small business

By Annie Spilman

Small business, the mom-and-pop shops that drive our economy, came out of this year’s session of the Texas Legislature OK.

Not great, not awful, but OK.

We scored some big wins on issues such as workforce development and property tax relief, but legislators let us down on one critical issue: stopping cities and counties from going beyond what the state already requires and creating a patchwork of overreaching rules and regulations that can make it harder for small businesses to grow and create jobs.

Workforce development

One of the biggest challenges facing small businesses here is finding good workers.

According to NFIB’s latest jobs survey, 86% of U.S. small businesses who want to hire say they’re having trouble finding qualified applicants.

This session, the Texas Legislature passed 17 separate bills to improve workforce education programs in our schools. I believe these measures are going to help small businesses and large corporations alike find the workers they desperately need while strengthening our economy and reducing unemployment.

Tax relief

Property tax rates have become a perennial problem in Texas. We’d gotten to a point where property taxes were rising faster than people’s incomes. That hurts everybody, but it could be devastating for small businesses. They could either raise prices or cut jobs to offset the rising expense or close up shop.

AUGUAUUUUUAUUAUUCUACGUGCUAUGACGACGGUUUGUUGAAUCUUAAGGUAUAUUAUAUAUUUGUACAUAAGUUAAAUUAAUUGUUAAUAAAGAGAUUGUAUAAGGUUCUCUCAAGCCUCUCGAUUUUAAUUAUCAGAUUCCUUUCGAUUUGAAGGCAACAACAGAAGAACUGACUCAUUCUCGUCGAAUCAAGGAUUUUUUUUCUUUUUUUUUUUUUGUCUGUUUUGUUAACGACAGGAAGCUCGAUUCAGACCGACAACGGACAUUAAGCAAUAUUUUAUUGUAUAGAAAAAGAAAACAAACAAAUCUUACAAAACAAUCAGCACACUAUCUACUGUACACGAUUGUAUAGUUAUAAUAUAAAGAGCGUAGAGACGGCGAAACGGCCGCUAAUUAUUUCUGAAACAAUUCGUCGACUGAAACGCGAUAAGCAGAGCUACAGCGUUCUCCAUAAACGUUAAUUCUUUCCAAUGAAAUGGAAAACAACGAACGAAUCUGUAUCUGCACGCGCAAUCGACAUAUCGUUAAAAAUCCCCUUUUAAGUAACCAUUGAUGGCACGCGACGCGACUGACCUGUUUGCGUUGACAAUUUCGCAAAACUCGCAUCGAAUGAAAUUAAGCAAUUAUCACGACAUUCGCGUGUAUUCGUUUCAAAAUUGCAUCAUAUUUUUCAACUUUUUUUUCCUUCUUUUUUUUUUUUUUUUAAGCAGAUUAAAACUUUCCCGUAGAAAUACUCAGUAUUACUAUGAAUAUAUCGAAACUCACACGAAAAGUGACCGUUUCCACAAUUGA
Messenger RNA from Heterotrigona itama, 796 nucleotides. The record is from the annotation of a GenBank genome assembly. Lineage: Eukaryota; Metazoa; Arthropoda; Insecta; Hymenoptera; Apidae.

House Bill 3 was primarily a school funding bill, but it also cut property taxes by $5 billion. It gives voters a greater say in property tax rates and imposes a local cap so property taxes can’t rise above a certain level.

One problem the legislature didn’t fix this session was phasing out Texas’s onerous franchise tax. This is a “privilege tax” imposed on employers simply for doing business in the State of Texas. Many states have already repealed their franchise tax laws. NFIB is urging legislators to add Texas’s name to the list.

Healthcare mandates

Healthcare mandates are specific benefits that employers are required to provide to their workers. NFIB generally opposes these mandates because they drive up the cost of health insurance for everyone.

Texas already has 41 healthcare mandates, and this session, legislators introduced bills that would have doubled that number.

Each of these mandates, however well-intentioned, was expected to raise health insurance premiums 1% to 5% across the board, making it harder for small businesses to offer health benefits to their employees.

Regulatory overreach

This is where we expected legislators to stand up for small business.

NFIB joined other business groups in pushing for legislation that would have stopped cities and counties from imposing their own employment ordinances that go beyond what the state requires when it comes to issues such as paid leave and predictive scheduling, a relatively new mandate which penalizes employers who need to change workers’ schedules at the last minute.

The legislature’s failure to act on regulatory overreach by city and county governments is a big concern for small businesses. Local ordinances create all kinds of headaches and confusion.

It’s hard to follow the rules when the rules can change from town to town, from one store to the next.

NFIB is challenging the constitutionality of Austin’s paid sick leave ordinance, and we’ll continue to fight these local ordinances in court until the Texas Legislature decides to act.

Annie Spilman is Texas state director of NFIB, the nation’s leading small business advocacy organization. She lives in Austin.

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